The unedited full-text of the 1906 Jewish Encyclopedia
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Talmudic author; born toward the middle of the sixteenth century, probably at Salonica, where he received his rabbinical education under the supervision of Mordecai Matalon, an eminent scholar. During the last decades of the sixteenth century Aaron ben Joseph engaged in teaching, and some of his pupils ranked among the eminent rabbis of Turkey. With these, as well as with his colleagues, he maintained a lively correspondence on Talmudic questions, the summary of which (232 responsa) was published at Venice in 1625 under the title "Torat Emet" (Law of Truth). In the introduction to this work he mentions his commentaries on "Yad ha-Ḥazaḳah" of Maimonides and on the "Ṭur" of Jacob ben Asher, as well as his treatises on various halakic subjects, which do not appear to have been published, and which are perhaps altogether lost. It seems probable that the work "Sefat Emet" (Lip of Truth), which, according to the testimony of Shabbethai, Bass, contains scholia to the Talmud and to the Tosafot, was written by Aaron ben Joseph and not by his grandson, Aaron ben Isaac Sason. This prob-ability is supported to some extent by the title, "Sefat Emet," which corresponds with the title of his collection of responsa, as well as by the above cited statement in his introduction to "Torat Emet," that he had written scholia to the Talmud.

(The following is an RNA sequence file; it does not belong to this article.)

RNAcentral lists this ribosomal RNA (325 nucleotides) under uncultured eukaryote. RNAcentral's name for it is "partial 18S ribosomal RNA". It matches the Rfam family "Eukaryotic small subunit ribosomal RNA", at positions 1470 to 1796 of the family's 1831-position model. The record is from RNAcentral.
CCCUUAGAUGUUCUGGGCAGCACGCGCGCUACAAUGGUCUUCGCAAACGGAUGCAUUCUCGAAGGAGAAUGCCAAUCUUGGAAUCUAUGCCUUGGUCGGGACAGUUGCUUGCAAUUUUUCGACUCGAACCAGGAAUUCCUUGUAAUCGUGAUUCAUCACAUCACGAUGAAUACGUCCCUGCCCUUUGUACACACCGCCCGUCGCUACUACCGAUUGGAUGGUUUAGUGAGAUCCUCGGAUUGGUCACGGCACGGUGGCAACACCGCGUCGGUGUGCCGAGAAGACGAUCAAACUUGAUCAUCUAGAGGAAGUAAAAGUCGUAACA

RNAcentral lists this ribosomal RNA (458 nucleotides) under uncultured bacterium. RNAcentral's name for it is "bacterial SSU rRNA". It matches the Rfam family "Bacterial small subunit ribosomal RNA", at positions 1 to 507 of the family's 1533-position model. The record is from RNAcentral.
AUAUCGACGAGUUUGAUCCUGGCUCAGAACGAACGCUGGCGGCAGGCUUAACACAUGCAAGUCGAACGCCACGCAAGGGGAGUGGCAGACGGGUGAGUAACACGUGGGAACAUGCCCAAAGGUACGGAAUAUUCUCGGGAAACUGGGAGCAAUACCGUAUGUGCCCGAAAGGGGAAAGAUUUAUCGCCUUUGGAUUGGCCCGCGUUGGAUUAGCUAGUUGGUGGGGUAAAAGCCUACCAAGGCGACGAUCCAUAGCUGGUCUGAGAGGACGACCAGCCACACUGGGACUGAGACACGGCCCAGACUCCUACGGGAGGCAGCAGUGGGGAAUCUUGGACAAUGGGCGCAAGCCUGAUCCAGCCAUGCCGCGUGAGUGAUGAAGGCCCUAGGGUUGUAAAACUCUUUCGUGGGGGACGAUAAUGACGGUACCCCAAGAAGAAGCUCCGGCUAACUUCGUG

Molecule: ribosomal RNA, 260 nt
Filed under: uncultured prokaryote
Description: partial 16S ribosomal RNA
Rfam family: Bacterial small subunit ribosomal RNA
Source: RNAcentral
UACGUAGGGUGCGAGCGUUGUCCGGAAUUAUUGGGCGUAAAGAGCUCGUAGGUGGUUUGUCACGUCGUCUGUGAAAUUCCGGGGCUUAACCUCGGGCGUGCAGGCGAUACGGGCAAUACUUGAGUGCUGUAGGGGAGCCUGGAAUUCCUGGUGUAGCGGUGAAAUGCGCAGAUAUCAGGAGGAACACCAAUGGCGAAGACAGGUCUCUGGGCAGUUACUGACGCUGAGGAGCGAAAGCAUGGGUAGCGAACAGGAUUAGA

• Conforte, Ḳore ha-Dorot, see index of Cassel's edition;
  • Azulai, Shem ha-Gedolim, ed. Benjacob, letter Aleph, No. 139;
  • Michael, Or ha-Ḥayyim, No. 294;
  • Fürst, Bibl. Jud. iii. 250;
  • Ha-Eshkol (encyclopedia), pp. 457, 458.
L. G.
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